This is all getting very nuanced and potentially overwhelming. Much of the info on this particular page is technical specifications for design, not a design fundamental. So if your eyes are starting to swim, my suggestion is this: start by tackling web/digital projects only. Designing for the screen is great for beginners. The cost barrier is lower too! No need to order/pay for printing. Plus, you can immediately see how the design looks on screen because you are designing on the screen.
Once you feel confident designing digital products, you can potentially take a stab at designing print products. (I didn’t even get into how print products also have their own color mode (CMYK) while digital uses RGB.)
You may be the type of author who never feels comfortable designing for print, and that’s totally okay! The vast majority of authors’ design needs are digital, so outsource the few print projects you need to and save yourself some money by tackling your digital/web work.
The key to spacing and arranging your elements well is to group related information together and use various design cues (size, color, font, etc) to communicate hierarchy.
There are many ways to accomplish this and often there is no wrong or right way to do so. What works in one design might not work in another. This is where a lot of play enters the picture. In many ways, this fundamental is when all the design work actually happens. You’ll move elements around on your canvas. Resize them. Change colors. The process can be a lot of trial and error until you land on a version that is both visually appealing and communicates your design’s purpose effortless.
Here are some tips and tricks to keep in mind as your arrange and space your design’s content:
Use negative space to your advantage. Like a comma, negative space is a pause that can help the viewer’s eye relax as they move through your piece. Another way to think of this is padding. You want there to be padding, or breathing room, between key groups of information.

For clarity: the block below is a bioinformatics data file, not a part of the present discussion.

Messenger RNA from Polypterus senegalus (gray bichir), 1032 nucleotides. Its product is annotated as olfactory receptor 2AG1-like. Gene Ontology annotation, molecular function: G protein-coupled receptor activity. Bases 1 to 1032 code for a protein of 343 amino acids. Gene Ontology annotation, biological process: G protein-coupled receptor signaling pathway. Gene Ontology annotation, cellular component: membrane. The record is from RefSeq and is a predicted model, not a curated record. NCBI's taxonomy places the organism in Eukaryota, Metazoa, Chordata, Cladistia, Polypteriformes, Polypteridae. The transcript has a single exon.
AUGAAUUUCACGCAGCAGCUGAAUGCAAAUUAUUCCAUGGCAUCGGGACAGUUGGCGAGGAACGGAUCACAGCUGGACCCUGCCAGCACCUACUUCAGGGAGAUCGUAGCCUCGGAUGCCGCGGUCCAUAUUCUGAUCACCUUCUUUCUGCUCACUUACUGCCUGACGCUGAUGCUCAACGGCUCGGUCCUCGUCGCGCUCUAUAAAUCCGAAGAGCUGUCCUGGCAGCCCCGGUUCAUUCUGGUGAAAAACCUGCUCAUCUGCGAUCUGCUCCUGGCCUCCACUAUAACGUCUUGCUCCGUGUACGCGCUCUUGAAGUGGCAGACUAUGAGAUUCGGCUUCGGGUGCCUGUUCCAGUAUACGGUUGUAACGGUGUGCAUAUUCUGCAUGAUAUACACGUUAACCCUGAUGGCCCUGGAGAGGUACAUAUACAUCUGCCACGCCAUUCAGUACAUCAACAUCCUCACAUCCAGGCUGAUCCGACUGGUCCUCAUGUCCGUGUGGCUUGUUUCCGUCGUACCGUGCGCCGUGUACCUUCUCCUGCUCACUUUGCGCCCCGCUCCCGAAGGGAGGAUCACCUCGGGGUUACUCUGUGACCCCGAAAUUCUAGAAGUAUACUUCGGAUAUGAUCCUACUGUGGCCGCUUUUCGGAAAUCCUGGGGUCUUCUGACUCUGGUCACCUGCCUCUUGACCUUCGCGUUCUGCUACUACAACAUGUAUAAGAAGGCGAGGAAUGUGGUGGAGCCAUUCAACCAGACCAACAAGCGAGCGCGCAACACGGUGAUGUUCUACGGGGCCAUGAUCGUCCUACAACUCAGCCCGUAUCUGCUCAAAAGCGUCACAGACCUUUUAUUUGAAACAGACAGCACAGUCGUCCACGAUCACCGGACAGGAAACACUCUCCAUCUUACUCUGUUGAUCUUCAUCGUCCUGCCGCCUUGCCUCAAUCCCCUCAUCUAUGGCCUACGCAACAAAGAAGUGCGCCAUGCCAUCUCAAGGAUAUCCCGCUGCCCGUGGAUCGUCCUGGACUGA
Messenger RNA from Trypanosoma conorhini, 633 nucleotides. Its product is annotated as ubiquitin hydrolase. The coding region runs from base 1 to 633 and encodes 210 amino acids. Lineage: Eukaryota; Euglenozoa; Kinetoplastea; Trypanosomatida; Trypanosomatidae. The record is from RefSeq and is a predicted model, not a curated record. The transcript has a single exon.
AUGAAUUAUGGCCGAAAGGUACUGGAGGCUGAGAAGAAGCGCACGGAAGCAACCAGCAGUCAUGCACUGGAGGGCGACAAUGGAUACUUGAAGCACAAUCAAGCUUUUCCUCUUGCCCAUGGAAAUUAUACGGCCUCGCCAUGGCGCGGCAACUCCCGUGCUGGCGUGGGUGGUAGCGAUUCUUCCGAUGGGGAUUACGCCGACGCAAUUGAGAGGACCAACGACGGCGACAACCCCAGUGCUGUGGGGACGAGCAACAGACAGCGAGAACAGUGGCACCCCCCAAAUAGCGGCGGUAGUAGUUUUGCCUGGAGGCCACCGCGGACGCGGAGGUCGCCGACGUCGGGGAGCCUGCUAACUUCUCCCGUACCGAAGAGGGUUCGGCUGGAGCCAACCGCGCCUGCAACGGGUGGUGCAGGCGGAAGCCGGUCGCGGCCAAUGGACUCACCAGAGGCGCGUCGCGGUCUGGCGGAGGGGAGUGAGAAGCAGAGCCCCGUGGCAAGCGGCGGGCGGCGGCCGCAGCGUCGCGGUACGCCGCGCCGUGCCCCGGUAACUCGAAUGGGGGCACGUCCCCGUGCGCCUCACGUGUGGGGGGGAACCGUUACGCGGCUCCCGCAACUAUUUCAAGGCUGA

“Split” a design into sections by using blocks of color and/or changes in opacity. This approach is the cousin to negative space/padding. For example, four-fifths of your design could utilize a dark blue background. Perhaps all main content lives in this section. The final fifth at the bottom could have a white background and hold footer info (like a website address, publisher logo, etc). These different color blocks visually split your content, letting the viewer digest the content in sections.
Overlap elements to show an immediate connection between related content. For example, a circle with the words ‘on sale now’ overlapping a book cover immediately communicates that said book is now available to purchase. Similarly, if a graphic had multiple book covers on it and a different headshot overlapped each cover, the viewer would easily infer that the person in each headshot authored the book beneath.
Strive for uniform margins around elements. This doesn’t mean that every single margin has to be the exact same size. Instead you want to have uniform margins within each section of content. (A visual representation of this is shared in the video examples.) That said, remember that the viewer’s eye can sometimes be tricked or misled by other elements on the canvas. It is more important for the design to feel balanced and evenly spaced than it is for it to be perfectly spaced.
In this video, I’ll share a few designs and discuss how spacing and layout is applied within the pieces.
For the best viewing experience, I strongly suggest watching in full-screen mode.
In many ways, the act of designing IS laying out your content and spacing it appropriately.
Some best practices to keep in mind when working with this fundamental:
DO design at the right DPI and use high- or low-res images as necessary.
DO determine your canvas dimensions before you begin.
DO group related information together.
DO strive for balanced margins and padding.
DO use negative space to create breathing room (“pauses”) between content.
DON’T use low resolution images (less than 300dpi) for print pieces.
DON’T expect the spacing and layout that works in one design to work for all others.
DON’T be afraid to experiment with various layout options. Your first iteration will rarely be the best option.
And…. that’s it! Congratulations! You’ve worked your way through the five fundamentals of design.
Thank you for taking this course. I hope you now feel educated and empowered enough to tackle a few projects on your own. I hope you can also see how much design and writing have in common:
To make it easy to revisit the fundamentals at any time, I’ve created a downloadable Cheat Sheet. It lives in the Resource Center, along with a list of useful websites and apps that you’ll definitely want to check out.Visit the Resource Center